But that same virtuous thing that we did may polarize some people who are now going to do problematic things that then show up as second or third order effects. Maybe what we did had an effect on supply chains or climate or future generations. We may be generating second, third, nth order effects, on a wide range of metrics (which we don’t even know to measure) on a very wide number of stakeholders (that we don’t even know how to factor in).
So it is clear that factoring all that in is MUCH harder than ignoring it all in the name of efficiency. But holoficiency is, in fact, a different KIND of thing to think about.
So we face a serious challenge: it is cognitively easier – as we talk about intelligence – to figure out how to achieve a direct narrow goal than it is to ensure that goal doesn’t fuck other stuff up, sooner or later.
Thus the idea of efficiency, too, has a narrow boundary and wide boundary lens from which it can be viewed. The idea of holoficiency creates a space to explore how we might do that bigger, more demanding job with limited resources.
Again I want to slightly paraphrase Schmachtenberger: Technology is innovation towards goal achievement. We’re creating technologies to achieve direct first order effects for a defined goal for a defined population. This is the Progress Narrative – the Technology Narrative, the GDP Narrative, and all the way down to the Science Narrative. And we’re always working to optimize those technologies and their problem-solving powers.
Most technologies will serve ANY short-term goals. So their power is a very big double-edged sword – they enable both “good” goals and “bad” goals. And AI promises to be even more effective at that, accelerating all efforts to achieve all goals – the vast majority of which are not well designed (given our civilization’s biases) to generate broad long-term benefits.
When you think about fostering EVERYTHING THAT MATTERS, you’re not thinking about optimization; you’re thinking about a different thing – a thing I’m calling holoficiency – which is doing more with less from a long term holistic perspective.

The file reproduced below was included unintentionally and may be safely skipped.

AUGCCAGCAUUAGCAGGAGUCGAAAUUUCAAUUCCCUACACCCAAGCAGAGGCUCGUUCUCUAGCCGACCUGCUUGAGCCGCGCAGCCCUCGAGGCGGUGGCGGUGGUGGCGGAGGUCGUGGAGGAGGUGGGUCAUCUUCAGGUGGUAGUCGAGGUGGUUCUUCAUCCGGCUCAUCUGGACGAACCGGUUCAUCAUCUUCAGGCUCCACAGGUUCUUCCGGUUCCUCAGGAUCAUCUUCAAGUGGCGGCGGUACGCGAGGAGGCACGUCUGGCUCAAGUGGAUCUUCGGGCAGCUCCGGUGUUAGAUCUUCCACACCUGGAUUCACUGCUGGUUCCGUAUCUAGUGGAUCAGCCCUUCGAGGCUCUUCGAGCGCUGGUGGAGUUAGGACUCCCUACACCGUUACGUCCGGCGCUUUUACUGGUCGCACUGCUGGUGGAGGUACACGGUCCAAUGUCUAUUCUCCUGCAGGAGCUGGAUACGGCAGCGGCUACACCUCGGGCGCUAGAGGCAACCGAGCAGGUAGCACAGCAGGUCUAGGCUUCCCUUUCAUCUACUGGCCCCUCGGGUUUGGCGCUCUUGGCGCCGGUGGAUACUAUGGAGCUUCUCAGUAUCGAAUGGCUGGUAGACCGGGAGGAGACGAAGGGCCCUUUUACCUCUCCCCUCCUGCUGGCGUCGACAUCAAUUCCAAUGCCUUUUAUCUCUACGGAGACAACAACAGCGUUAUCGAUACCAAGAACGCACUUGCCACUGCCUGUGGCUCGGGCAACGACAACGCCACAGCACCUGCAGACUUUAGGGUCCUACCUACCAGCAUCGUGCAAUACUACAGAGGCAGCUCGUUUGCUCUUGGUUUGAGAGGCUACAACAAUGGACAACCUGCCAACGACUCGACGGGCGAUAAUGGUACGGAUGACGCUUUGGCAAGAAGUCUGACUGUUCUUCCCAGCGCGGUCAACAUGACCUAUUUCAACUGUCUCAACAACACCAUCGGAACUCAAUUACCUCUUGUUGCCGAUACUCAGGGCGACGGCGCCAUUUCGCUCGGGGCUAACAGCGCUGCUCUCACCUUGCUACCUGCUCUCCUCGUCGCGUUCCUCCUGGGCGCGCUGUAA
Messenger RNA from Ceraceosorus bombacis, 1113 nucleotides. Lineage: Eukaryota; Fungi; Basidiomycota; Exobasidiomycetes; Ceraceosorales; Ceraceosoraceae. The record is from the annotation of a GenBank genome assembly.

Intelligence is the ability to achieve goals. Toward that end, all forms of intelligence have something to do with modeling – with trying to create a proxy of some limited section of reality that our intelligence can then use to inform our forecasting, our choice-making, and our goal-achieving efforts.
But models tend to optimize for a narrow set of sense making, not the whole picture, and so they tend to blind us to what’s outside our models. Taoism’s founder, Lao Tsu, was telling us to keep our sensing of base reality open and not mediated by our models. We don’t want our sensing to be limited to our previous understanding because our previous understanding is always smaller than the evolving Totality of What Is and that evolving Totality of What Is will be telling us how to change our models as we go along.
In other words, the totality of the story is ALWAYS more complex than however we talk about it or think about it. There’s something very important and sacred about that fact. Because when I make a model that separates everything out and then improve that model’s effectiveness, the chances are high that I’m going to start harming something that I don’t even realize I’m harming because it isn’t in my model.
What I’m optimizing for is not the Whole Thing. This whole process is not helping me be wise. Models that win in the short term can – and so often do – generate long term, broadly horrible outcomes or even extinction or other evolutionary cul de sacs.
Wisdom is related to wholes and wholeness and intelligence is related to a usually narrow sense of relevance applied to achieving a usually narrow short-term goal. We need civilizational systems where the intelligence in and of the system is bound by and directed by wisdom.
If our civilization needs a new year’s resolution, I’d suggest that resolution would involve transforming itself to operate with holoficiency. We would collectively resolve to set things up – especially our decision-making and technologies – so that long-term broadly beneficial goals and principles constrain and guide all our narrow short-term goals and our humanly AND artificially intelligent efforts to achieve them.
That seems to me to be one very powerful – holoficient – resolution that would make the most sense for all of us, given our growing global predicament.
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Appreciating, evoking and engaging the wisdom and resourcefulness of the whole on behalf of the whole